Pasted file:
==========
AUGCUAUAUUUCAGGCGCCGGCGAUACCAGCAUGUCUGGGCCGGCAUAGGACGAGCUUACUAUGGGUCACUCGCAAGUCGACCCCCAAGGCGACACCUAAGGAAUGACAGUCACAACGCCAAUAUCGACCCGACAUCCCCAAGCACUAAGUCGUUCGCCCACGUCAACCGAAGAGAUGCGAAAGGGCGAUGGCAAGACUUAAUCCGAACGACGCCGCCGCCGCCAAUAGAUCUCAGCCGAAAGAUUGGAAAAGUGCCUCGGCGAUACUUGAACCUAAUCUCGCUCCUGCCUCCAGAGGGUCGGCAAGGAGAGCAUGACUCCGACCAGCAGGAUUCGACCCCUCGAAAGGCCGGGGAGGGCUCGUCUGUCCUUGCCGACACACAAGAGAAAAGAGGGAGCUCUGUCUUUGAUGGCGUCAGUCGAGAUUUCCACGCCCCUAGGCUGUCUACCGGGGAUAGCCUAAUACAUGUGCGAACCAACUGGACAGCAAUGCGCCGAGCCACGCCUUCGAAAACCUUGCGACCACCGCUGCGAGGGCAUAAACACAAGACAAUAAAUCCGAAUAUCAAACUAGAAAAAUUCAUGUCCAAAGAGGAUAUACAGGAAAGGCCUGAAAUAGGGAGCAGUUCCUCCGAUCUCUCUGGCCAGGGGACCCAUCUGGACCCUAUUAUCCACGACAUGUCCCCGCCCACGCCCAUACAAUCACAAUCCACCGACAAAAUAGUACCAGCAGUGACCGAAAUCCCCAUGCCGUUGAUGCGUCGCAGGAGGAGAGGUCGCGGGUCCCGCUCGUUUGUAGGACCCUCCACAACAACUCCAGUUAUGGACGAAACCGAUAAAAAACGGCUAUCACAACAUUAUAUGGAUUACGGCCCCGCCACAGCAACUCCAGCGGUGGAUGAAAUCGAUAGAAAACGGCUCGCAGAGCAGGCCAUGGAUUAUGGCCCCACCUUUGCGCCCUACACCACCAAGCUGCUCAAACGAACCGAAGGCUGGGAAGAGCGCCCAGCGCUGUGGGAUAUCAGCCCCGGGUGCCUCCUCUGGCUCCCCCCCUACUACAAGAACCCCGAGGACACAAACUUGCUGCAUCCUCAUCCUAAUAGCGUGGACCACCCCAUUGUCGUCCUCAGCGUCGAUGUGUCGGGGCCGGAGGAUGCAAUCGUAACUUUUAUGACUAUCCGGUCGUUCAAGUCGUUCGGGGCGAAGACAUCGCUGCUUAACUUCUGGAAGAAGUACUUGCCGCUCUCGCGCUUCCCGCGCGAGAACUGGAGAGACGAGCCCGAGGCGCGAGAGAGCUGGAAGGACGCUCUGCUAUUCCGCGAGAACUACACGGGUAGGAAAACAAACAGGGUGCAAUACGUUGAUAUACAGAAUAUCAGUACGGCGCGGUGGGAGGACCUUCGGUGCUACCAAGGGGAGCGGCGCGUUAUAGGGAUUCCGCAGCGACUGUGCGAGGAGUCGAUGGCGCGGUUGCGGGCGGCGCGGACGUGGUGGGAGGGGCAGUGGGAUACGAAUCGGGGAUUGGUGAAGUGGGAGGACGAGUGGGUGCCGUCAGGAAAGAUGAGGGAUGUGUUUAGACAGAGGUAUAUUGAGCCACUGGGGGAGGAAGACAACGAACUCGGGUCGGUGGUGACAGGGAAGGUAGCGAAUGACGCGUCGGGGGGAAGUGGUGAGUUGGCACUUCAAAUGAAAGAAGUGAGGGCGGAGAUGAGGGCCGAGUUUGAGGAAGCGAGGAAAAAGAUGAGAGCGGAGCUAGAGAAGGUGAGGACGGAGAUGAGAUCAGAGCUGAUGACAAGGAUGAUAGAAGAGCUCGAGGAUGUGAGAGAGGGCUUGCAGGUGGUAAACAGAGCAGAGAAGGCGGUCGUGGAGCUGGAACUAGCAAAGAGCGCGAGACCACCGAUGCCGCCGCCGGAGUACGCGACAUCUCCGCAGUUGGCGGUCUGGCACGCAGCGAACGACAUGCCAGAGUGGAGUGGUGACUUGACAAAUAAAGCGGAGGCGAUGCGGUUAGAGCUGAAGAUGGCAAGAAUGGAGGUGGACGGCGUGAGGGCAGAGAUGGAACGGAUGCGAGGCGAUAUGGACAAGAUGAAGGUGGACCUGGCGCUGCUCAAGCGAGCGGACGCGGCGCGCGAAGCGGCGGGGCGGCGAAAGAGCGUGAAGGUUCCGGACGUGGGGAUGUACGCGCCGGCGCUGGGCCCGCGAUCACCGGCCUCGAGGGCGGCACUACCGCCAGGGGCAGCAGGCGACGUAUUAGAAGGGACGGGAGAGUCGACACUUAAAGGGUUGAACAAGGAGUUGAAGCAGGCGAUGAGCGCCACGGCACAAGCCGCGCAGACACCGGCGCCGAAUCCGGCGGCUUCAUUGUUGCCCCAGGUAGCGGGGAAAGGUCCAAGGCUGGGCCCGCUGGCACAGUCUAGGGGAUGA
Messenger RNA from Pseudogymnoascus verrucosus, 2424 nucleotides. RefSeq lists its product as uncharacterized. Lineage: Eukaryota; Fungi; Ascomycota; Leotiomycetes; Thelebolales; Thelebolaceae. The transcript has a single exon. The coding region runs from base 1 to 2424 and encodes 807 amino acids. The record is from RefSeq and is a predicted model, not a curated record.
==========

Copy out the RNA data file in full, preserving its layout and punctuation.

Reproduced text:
AUGCUAUAUUUCAGGCGCCGGCGAUACCAGCAUGUCUGGGCCGGCAUAGGACGAGCUUACUAUGGGUCACUCGCAAGUCGACCCCCAAGGCGACACCUAAGGAAUGACAGUCACAACGCCAAUAUCGACCCGACAUCCCCAAGCACUAAGUCGUUCGCCCACGUCAACCGAAGAGAUGCGAAAGGGCGAUGGCAAGACUUAAUCCGAACGACGCCGCCGCCGCCAAUAGAUCUCAGCCGAAAGAUUGGAAAAGUGCCUCGGCGAUACUUGAACCUAAUCUCGCUCCUGCCUCCAGAGGGUCGGCAAGGAGAGCAUGACUCCGACCAGCAGGAUUCGACCCCUCGAAAGGCCGGGGAGGGCUCGUCUGUCCUUGCCGACACACAAGAGAAAAGAGGGAGCUCUGUCUUUGAUGGCGUCAGUCGAGAUUUCCACGCCCCUAGGCUGUCUACCGGGGAUAGCCUAAUACAUGUGCGAACCAACUGGACAGCAAUGCGCCGAGCCACGCCUUCGAAAACCUUGCGACCACCGCUGCGAGGGCAUAAACACAAGACAAUAAAUCCGAAUAUCAAACUAGAAAAAUUCAUGUCCAAAGAGGAUAUACAGGAAAGGCCUGAAAUAGGGAGCAGUUCCUCCGAUCUCUCUGGCCAGGGGACCCAUCUGGACCCUAUUAUCCACGACAUGUCCCCGCCCACGCCCAUACAAUCACAAUCCACCGACAAAAUAGUACCAGCAGUGACCGAAAUCCCCAUGCCGUUGAUGCGUCGCAGGAGGAGAGGUCGCGGGUCCCGCUCGUUUGUAGGACCCUCCACAACAACUCCAGUUAUGGACGAAACCGAUAAAAAACGGCUAUCACAACAUUAUAUGGAUUACGGCCCCGCCACAGCAACUCCAGCGGUGGAUGAAAUCGAUAGAAAACGGCUCGCAGAGCAGGCCAUGGAUUAUGGCCCCACCUUUGCGCCCUACACCACCAAGCUGCUCAAACGAACCGAAGGCUGGGAAGAGCGCCCAGCGCUGUGGGAUAUCAGCCCCGGGUGCCUCCUCUGGCUCCCCCCCUACUACAAGAACCCCGAGGACACAAACUUGCUGCAUCCUCAUCCUAAUAGCGUGGACCACCCCAUUGUCGUCCUCAGCGUCGAUGUGUCGGGGCCGGAGGAUGCAAUCGUAACUUUUAUGACUAUCCGGUCGUUCAAGUCGUUCGGGGCGAAGACAUCGCUGCUUAACUUCUGGAAGAAGUACUUGCCGCUCUCGCGCUUCCCGCGCGAGAACUGGAGAGACGAGCCCGAGGCGCGAGAGAGCUGGAAGGACGCUCUGCUAUUCCGCGAGAACUACACGGGUAGGAAAACAAACAGGGUGCAAUACGUUGAUAUACAGAAUAUCAGUACGGCGCGGUGGGAGGACCUUCGGUGCUACCAAGGGGAGCGGCGCGUUAUAGGGAUUCCGCAGCGACUGUGCGAGGAGUCGAUGGCGCGGUUGCGGGCGGCGCGGACGUGGUGGGAGGGGCAGUGGGAUACGAAUCGGGGAUUGGUGAAGUGGGAGGACGAGUGGGUGCCGUCAGGAAAGAUGAGGGAUGUGUUUAGACAGAGGUAUAUUGAGCCACUGGGGGAGGAAGACAACGAACUCGGGUCGGUGGUGACAGGGAAGGUAGCGAAUGACGCGUCGGGGGGAAGUGGUGAGUUGGCACUUCAAAUGAAAGAAGUGAGGGCGGAGAUGAGGGCCGAGUUUGAGGAAGCGAGGAAAAAGAUGAGAGCGGAGCUAGAGAAGGUGAGGACGGAGAUGAGAUCAGAGCUGAUGACAAGGAUGAUAGAAGAGCUCGAGGAUGUGAGAGAGGGCUUGCAGGUGGUAAACAGAGCAGAGAAGGCGGUCGUGGAGCUGGAACUAGCAAAGAGCGCGAGACCACCGAUGCCGCCGCCGGAGUACGCGACAUCUCCGCAGUUGGCGGUCUGGCACGCAGCGAACGACAUGCCAGAGUGGAGUGGUGACUUGACAAAUAAAGCGGAGGCGAUGCGGUUAGAGCUGAAGAUGGCAAGAAUGGAGGUGGACGGCGUGAGGGCAGAGAUGGAACGGAUGCGAGGCGAUAUGGACAAGAUGAAGGUGGACCUGGCGCUGCUCAAGCGAGCGGACGCGGCGCGCGAAGCGGCGGGGCGGCGAAAGAGCGUGAAGGUUCCGGACGUGGGGAUGUACGCGCCGGCGCUGGGCCCGCGAUCACCGGCCUCGAGGGCGGCACUACCGCCAGGGGCAGCAGGCGACGUAUUAGAAGGGACGGGAGAGUCGACACUUAAAGGGUUGAACAAGGAGUUGAAGCAGGCGAUGAGCGCCACGGCACAAGCCGCGCAGACACCGGCGCCGAAUCCGGCGGCUUCAUUGUUGCCCCAGGUAGCGGGGAAAGGUCCAAGGCUGGGCCCGCUGGCACAGUCUAGGGGAUGA
Messenger RNA from Pseudogymnoascus verrucosus, 2424 nucleotides. RefSeq lists its product as uncharacterized. Lineage: Eukaryota; Fungi; Ascomycota; Leotiomycetes; Thelebolales; Thelebolaceae. The transcript has a single exon. The coding region runs from base 1 to 2424 and encodes 807 amino acids. The record is from RefSeq and is a predicted model, not a curated record.